First coronavirus cases in Liberia bring total in Africa to 1,000

Government agent flew in from Switzerland and infected domestic worker after ignoring regulations. Mr Nathaniel Blama, Director of Environmental Protection Agency, has since been suspended from his position in government by President Weah.

The article below was written by George Poe Williams, a nurse and General Secretary of the National Health Workers Union of Liberia (NAWHUL).


Mr. Nathaniel Blama, Director of Environmental Protection Agency (EPA), returned to Liberia from Switzerland on 13 March and was tracked at the airport with a high temperature. He refused to conform to government regulations and went home, later testing positive for coronavirus. A domestic working for Mr Blama tested positive for COVID-19 during subsequent contact tracing and testing, making it the second case in Liberia.

Mr Blama has since been suspended from his position in government by President Weah. Three days later the country recorded its third COVID-19 positive case, this time a 63-year-old female, resident in Italy but currently visiting back home and reportedly seen interacting with a friend.

Until then and even now, the National Public Health Institute of Liberia (NPHIL), in collaboration with the Ministry of Health continues to reassure the public of its preparedness to handle the global pandemic, calling for calm among the population while encouraging people to respect the precautionary measures put in place. Contact tracing and testing of all contact persons continue, with those who tested negative undergoing special quarantine awaiting their second test in seven days.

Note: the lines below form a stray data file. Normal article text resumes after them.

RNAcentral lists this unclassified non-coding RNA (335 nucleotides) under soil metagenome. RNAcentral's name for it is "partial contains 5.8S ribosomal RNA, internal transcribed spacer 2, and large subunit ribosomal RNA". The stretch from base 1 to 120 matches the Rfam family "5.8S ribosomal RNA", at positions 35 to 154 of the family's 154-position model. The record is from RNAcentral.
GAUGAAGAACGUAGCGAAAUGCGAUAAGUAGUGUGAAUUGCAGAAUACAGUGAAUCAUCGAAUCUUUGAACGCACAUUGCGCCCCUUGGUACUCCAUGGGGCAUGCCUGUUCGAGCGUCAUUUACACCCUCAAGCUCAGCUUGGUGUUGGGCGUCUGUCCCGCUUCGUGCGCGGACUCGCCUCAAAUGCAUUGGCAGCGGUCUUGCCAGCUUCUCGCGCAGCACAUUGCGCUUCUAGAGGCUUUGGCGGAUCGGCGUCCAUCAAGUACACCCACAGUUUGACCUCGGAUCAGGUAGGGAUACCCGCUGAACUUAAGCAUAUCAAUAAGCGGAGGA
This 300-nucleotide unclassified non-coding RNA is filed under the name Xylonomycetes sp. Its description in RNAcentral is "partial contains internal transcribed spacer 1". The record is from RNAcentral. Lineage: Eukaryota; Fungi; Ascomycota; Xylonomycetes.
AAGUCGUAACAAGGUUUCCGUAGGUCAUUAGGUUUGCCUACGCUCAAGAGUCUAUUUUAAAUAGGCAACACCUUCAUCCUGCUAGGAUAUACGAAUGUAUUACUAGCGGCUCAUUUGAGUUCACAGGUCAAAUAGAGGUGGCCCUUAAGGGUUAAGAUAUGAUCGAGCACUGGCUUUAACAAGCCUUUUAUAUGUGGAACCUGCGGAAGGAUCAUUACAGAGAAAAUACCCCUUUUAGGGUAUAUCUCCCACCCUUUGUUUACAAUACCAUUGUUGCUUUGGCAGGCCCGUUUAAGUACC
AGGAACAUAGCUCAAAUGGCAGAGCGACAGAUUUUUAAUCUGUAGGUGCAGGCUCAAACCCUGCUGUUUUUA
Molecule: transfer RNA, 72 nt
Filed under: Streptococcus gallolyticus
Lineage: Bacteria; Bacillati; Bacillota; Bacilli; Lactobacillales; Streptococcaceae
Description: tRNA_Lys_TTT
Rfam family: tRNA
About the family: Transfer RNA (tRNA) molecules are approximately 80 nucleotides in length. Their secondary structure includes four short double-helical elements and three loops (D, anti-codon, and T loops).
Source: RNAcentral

Meanwhile, the workers' union was concerned at the growing number of COVID-19 cases in a relatively short time and decided to speak out, given the inconsistency between the health authorities’ “preparedness” and the prevailing circumstances on the work floor.

NAHWUL pointed out the exclusion of the union's representatives in the planning of the response strategy of COVID-19 in the same manner as did the past regime.

NAHWUL, through its deputy secretary-general, comrade Deemi T. Dearzrua, e couraged citizens to follow the precautionary measures as announced by WHO and the Liberian Health Authorities, noting that beyond preventive measures the health system could do little regarding a treatment plan due to the lack of essential drugs, personal protective equipment (PPE), electricity, running water, oxygen and other supplies, which together with insufficient logistics are making an adequate response to COVID-19 impossible.

NAHWUL pointed out the exclusion of the union representatives in the planning of the response strategy of COVID-19, as was the case already for the past regime which led to the death of over 200 health workers during the 2014-15 Ebola Crisis. The union called on the Government of Liberia and its partners to include the workers in strategic planning, with refresher trainings for frontline workers, adequate supply of PPE and provision of essential drugs across the country.

Within 24 hours of the union press conference, the Ministry of Health released a Declaration of National Health Emergency listing 16 rules and ending with the statement: “Official information and communication on the COVID-19 virus shall only be announced by the MOH/NPHIL and MICAT. All citizens, residents and visitors are required to abide by these rules. The Ministry of Justice, as head of the joint security, shall enforce these rules without prejudice”.

While the union of the frontline workers in the combat against this global virus outbreak welcomes the government`s efforts to call its citizens and residents alike to order in observance of the precautionary measures, it totally differs with the harsh and intimidatory ending note of the declaration.

NAHWUL sees this as not only a strategy to curb spreading of misleading information by unscrupulous people, but also to intimidate the workers from speaking out against bad working conditions during the crisis, which its members note with grave concern will have fatal repercussions, as was the case of the Ebola Crisis in 2014. NAHWUL vows to never again witness the disaster that befell its members in 2014, and will thus remain constructively engaged and never compromise the safety of its members.